Australian hostage grateful to Soldiers for rescue
By Spc Erin Robicheaux
June 17, 2005
CAMP TIGERLAND, Iraq (Army News Service, June 17, 2005) — “I’m so glad to see you blokes!” beamed an elated Douglas Wood in his thick Australian accent when he was rescued by Soldiers in northwest Baghdad.
Held hostage by terrorists for six weeks, Wood was rescued June 15 by Soldiers from 2nd Battalion, 1st Iraqi Army Brigade, while conducting cordon-and-search missions to locate and destroy terrorist cells in the Al Adel neighborhood of Baghdad.
The Iraqi brigade was assisted by Task Force Baghdad’s 256th Brigade Combat Team, 3rd Infantry Division.
“The 256th Brigade conducted comprehensive offensive operations for the past month in some of the most hostile neighborhoods of Baghdad,” said Brig. Gen. John Basilica Jr., commander of the 256th BCT. “Most of these operations were joint combat patrols with Iraqi Army units. We provided military transition teams who advised each unit and partnered with them in combat operations.”
Hours after his rescue, Wood was still giving thumbs up to the Soldiers who found him hidden under a blanket.
“Mr. Wood had just been freed and given his whole life back, and of the six or seven times that he and I spoke, all he could talk about was that a group of IA Soldiers found him and what a great job they’d done,” said Capt. Randy Green from Bossier City, La. Green, who is with Headquarters and Headquarters Company, 1st Battalion, 156th Armor Regiment, 256th BCT, is the senior advisor to 2-1 IA and was with the Iraqi unit throughout the duration of the mission. “He just couldn’t stop talking about the Iraqi Army and how he couldn’t believe that’s who rescued him.”
Wood was kidnapped in late April by terrorists claiming to be with the Shura Council of the Mujahedeen of Iraq.
Around 10 a.m. on June 15, the Iraqi Soldiers were preparing to search a house when they saw movement inside. They approached, and after knocking repeatedly on the door, surrounded the house with 10 Soldiers and breached the entrance. Fifteen Soldiers of the 2-1 raced in, attacked by terrorists firing bullets at their heads. However, the terrorists were no match for the IA Soldiers and were ultimately subdued.
When Soldiers questioned them about the figure under the covers in the bed next to them, the terrorists said it was a sick female. Wood later told the U.S. Soldiers that when they were aware of military forces coming into the house, his captors threatened to shoot him if he moved or made a sound.
The terrorists, who claimed they were guards for a 15-man cell, told the Iraqi Soldiers they had previously murdered three other hostages just two weeks earlier, one of whom was a Ministry of Interior general.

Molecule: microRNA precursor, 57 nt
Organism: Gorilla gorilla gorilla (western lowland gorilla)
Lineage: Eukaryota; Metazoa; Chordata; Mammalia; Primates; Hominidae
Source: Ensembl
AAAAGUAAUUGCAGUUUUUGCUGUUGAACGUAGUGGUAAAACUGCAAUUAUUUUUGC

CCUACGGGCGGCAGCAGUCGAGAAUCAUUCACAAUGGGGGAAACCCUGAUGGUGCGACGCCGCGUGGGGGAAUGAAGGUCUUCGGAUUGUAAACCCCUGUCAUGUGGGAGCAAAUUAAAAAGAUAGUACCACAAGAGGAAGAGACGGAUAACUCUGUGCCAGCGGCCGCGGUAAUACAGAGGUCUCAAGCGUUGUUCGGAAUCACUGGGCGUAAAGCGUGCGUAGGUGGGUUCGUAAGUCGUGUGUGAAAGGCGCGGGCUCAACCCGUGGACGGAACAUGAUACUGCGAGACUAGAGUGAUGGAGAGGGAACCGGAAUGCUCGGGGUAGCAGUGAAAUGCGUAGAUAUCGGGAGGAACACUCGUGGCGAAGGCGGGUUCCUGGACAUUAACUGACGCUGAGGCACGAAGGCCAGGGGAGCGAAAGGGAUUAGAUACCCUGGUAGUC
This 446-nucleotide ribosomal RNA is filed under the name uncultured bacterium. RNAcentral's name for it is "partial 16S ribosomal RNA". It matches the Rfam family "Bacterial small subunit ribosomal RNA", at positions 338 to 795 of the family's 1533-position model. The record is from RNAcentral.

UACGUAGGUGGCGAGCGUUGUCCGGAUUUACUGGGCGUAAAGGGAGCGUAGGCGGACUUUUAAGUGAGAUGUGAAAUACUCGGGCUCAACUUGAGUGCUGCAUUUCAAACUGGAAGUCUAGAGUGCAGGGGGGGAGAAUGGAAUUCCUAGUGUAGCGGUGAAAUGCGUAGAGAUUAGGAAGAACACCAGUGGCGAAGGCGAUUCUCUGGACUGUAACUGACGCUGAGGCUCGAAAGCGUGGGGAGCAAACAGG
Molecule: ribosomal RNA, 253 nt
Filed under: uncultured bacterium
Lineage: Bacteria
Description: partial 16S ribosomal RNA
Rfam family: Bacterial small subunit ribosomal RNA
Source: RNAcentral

During Wood’s rescue, Soldiers also recovered 20 hand grenades and assorted firearms and ammunition.
Extracting Wood from the site was a challenge. The terrorists told Green and IA commanders they called their friends, who were on their way to stop the forces from bringing Wood to safety.
“We set up a perimeter with (U.S. Soldiers) on the outer cordon,” said Green. “If they were going to get to Iraqi Soldiers, they were going to have to get through us first.”
In the end, Wood was transported to the 256th BCT medical facility on Camp Liberty with no further engagements with the terrorists.
Cpl. Ryan Simon from Baton Rouge, La., of C Company, 1-156th AR was at the scene when the IA brought Wood out of the house. He said at first he felt disbelief, followed by utter gratitude for the man’s life.
“When it was radioed in about what was happening, I thought, ‘Yeah, right.’ But when I saw him and saw that this was real, I was just so overwhelmed,” said Simon.
Staff Sgt. Jeremecia Perry from Bossier City, La., of HHC, 1-156th AR, said this event is a definitive sign that the Iraqi Army is headed in the right direction.
“The Iraqi Soldiers are doing great things for their people and getting the bad guys out of their neighborhoods,” he said.
Green agreed that at least one man knows the strength of the Iraqi Army, and testified to it over and over again.
“Mr. Wood had this constant look of disbelief, of joy and elation all at once, and he could not stop talking about the Iraqi Army,” he said.
“This is proof positive of the coverage and competence of the new Iraqi Army,” said Basilica. “They are making excellent progress and have done a super job. This was a great day for the Iraqi Army.”
(Editor’s note: Spc. Erin Robicheaux serves with the 256th Brigade Combat Team Public Affairs.)
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